|Hydrogen peroxide (H2O2) is an effective, environmentally friendly oxidant used directly and in advanced oxidation processes for water and wastewater treatment. Although most H2O2 is currently manufactured offsite, concentrated, and trucked to sites where it must be safely stored and handled, it may also be generated on site electrochemically, commonly over a gas diffusion electrode (GDE). This technology has the potential to make processes more economical, feasible, available, and flexible depending on the application and the site.
H2O2 electrogeneration has been heavily studied but there are particular knowledge gaps around performance of commercially available, unmodified, metal-free GDEs, contradictory evidence about optimum pH and cathode potential, a lack of studies using continuous mode reactors, weak quantification mass flows inside reactors, and a lack of studies looking at in situ treatment that take advantage of anodic oxidation and that do not require advanced oxidation. The present work addresses these gaps in two phases of experimentation (Chapters 3 and 4) and provides a brief comment on economic viability (Chapter 5)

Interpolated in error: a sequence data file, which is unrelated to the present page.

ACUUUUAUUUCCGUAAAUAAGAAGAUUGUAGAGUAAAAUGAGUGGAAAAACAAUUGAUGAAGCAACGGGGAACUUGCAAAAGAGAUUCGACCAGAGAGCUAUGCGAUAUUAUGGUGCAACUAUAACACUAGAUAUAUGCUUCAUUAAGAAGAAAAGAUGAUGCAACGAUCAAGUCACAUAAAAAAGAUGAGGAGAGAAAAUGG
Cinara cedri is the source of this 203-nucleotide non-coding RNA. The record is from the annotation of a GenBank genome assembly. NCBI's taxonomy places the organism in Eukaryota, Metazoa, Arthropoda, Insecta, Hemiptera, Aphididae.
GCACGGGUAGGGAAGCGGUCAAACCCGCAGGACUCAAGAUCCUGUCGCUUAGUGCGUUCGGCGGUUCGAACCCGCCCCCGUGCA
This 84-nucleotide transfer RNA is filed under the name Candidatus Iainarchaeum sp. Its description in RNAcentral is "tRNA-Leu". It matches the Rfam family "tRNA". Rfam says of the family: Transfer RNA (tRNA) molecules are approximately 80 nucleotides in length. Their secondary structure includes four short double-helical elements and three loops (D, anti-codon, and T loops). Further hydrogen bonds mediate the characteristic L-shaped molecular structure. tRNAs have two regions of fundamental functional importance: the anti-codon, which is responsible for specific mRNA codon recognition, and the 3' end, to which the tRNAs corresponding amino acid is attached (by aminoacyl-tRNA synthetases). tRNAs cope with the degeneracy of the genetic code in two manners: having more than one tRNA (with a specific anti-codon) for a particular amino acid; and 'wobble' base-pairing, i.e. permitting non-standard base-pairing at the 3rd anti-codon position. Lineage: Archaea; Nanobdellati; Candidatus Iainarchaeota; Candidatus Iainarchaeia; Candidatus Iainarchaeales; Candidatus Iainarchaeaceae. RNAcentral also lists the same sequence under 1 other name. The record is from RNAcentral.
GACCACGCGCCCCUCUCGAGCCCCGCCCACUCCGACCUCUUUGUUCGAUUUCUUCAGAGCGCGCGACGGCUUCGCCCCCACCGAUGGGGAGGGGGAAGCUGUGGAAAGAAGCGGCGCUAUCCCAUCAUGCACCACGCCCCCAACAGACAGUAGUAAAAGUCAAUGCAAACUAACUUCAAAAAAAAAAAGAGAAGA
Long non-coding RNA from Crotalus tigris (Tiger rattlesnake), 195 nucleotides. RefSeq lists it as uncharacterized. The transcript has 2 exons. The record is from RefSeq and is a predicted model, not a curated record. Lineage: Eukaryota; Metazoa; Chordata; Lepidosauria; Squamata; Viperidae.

Firstly, effects of hydraulic retention time, cathode potential, reactor geometry, and pH in a continuous mode dual chamber reactor, including kinetic quantification and mass balance modelling are studied in Chapter 3. Performance shows a tradeoff where concentrations up to ~6500 mg L-1 may be generated but at a CE approaching 0% while CE near 100% can be maintained when H2O2 is produced at ~22 mg L-1. Additionally, a microbial electrochemical cell (MEC) is demonstrated to have a comparable current density to abiotic tests.
Secondly, in Chapter 4, sulfur(IV) is demonstrated to be treated by both electrogenerated H2O2 and anodic oxidation in a single chamber electrolysis cell. CE is improved 3-8 times compared to H2O2 production alone, and near complete removal (at a low CE of 61.1%) or near 200% CE (at a low removal rate of only 27%) are achieved under various operating conditions, with intermediate values obtained by changing operating conditions.
In summary, this work is establishes the maximum performance H2O2 electrogeneration under realistic conditions and shows how in situ treatment improves system efficiency by reducing H2O2 loss and taking advantage of anodic oxidation. The advantages of in situ production (and treatment) are complemented by a predicted comparable operating cost to traditional H2O2 technologies, suggesting that this technology is ready for scaling up and commercialization and has to potential to help secure safe water resources for the future.